The political newcomer's Ward 3 election campaign is focused on public space and infrastructure development.
Peter Fenech, council candidate for Ward 3, Etobicoke Centre, is quick to admit he has limited experience in politics and community involvement. “I haven’t been as active as I would like to have been in my community,” he says.
But in this year’s provincial election, Fenech canvassed for Liberal Yvan Baker in the latter’s successful campaign for MPP of Etobicoke Centre. Fenech describes himself as a Liberal through and through, and his views on budget policy reflect a fiscally liberal mindset. “A lot of people want the city to be run like a business … but it’s also a city,” he says. “We need to spend on important issues. We need to spend money on housing, on infrastructure, on transit. We’ve been so afraid for so long to tell people it’s going to cost money to fix the things we need.”
Fenech is in favour of keeping property tax levels moderate—increasing roughly in line with inflation—and protecting Toronto’s Municipal Land Transfer Tax. The MLTT has come under fire from politicians and public interest groups alike, but with an annual benefit to the City of nearly $350 million, Fenech says it’s too valuable to scrap. “What are we going to replace that money with?” he asks. “That’s a lot of social programs, that’s transit, that’s improvements to our city that we’re going to have to get rid of.”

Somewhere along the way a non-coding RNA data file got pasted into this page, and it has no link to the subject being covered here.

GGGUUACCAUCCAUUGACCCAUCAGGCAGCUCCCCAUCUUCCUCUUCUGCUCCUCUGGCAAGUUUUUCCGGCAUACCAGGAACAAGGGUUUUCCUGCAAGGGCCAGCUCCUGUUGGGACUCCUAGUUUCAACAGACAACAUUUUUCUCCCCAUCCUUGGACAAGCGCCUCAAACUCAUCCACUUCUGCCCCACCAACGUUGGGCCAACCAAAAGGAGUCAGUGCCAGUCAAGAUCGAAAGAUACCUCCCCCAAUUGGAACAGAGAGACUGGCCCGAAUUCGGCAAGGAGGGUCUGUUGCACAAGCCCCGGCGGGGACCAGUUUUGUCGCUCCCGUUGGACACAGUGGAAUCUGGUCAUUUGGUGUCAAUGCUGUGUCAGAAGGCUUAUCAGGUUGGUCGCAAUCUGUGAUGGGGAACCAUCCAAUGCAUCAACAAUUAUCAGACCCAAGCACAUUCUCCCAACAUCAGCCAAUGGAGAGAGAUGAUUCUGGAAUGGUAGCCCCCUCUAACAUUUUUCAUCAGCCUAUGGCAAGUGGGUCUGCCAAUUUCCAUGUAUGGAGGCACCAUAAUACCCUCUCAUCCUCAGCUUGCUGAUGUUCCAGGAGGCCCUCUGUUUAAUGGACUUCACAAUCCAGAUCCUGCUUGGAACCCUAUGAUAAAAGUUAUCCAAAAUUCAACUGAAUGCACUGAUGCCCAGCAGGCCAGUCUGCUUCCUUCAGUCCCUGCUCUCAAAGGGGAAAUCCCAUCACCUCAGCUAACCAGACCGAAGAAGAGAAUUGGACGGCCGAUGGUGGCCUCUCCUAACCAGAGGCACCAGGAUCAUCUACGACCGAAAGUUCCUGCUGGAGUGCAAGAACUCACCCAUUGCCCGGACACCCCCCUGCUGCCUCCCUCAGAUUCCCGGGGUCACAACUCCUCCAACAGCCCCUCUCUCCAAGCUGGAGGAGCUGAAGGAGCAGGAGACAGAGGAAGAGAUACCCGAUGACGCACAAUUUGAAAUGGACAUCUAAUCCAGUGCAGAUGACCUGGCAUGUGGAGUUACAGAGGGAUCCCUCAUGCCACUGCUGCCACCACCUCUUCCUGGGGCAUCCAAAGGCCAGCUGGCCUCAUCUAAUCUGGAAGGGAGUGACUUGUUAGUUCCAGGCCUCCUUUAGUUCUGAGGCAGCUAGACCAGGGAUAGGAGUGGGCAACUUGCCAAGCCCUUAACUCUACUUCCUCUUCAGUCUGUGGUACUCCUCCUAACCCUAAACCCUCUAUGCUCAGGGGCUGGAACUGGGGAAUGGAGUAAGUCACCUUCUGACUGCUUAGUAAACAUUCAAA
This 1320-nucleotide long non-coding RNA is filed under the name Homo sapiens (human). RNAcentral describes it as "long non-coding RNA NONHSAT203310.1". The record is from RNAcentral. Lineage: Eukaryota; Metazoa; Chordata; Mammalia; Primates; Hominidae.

Also on Fenech’s radar is electoral reform, which he considers a priority for Toronto. While he doesn’t believe in term limits, he does support ranked ballots.
Within his own ward, Fenech wants to enhance the public realm by improving existing parks and creating new green spaces and bike paths. He’d like to bring a Bike Share station and bike path to Centennial Park, and dedicate the hydro corridor between Kipling Station and Eglinton Avenue to cyclist routes.
Another of Etobicoke Centre’s needs, according to Fenech, is infrastructure that would prevent flooding and blackouts of the kinds Toronto has experienced in the past year. “Infrastructure is one of those things that you don’t notice until something goes wrong,” Fenech says. “We need to start being proactive instead of reactive. We need to start thinking, ‘How are we going to fix it? What’s the strategy?’”
Fenech also wants to push for construction on Phase 2 of the Eglinton Crosstown LRT project to begin as soon as possible. The second leg of the Crosstown would run through Etobicoke—which is important, Fenech says, because it would connect Ward 3 residents to jobs and post-secondary education facilities across the city.
It’s unclear whether Fenech will be taking on an incumbent councillor in the race for Ward 3. With just three weeks until the September 12 nomination deadline, Councillor Peter Leon has yet to declare his candidacy. The right-leaning Leon was appointed by council last October, after predecessor Doug Holyday made the jump to provincial politics. At the time, Leon pledged not to run in the 2014 election—a condition to which, the Toronto Star reported, council asked potential appointees to agree. Recently, however, Leon has hinted that he might run anyway.
“I don’t think he should run,” Fenech says of Leon. “He was nominated and appointed based on the fact that he was going to be a caretaker of the ward. By running, it’s disingenuous and I think voters will have the final say on that.”
Regardless of whom he faces, Fenech hopes that voters will take an interest in the political process, and that City leaders will hear them out. “Being involved and being informed, an everyday resident can have a say in what goes on at city council,” he says. “It’s a good thing…. There’s some great ideas from people that aren’t the political realm.”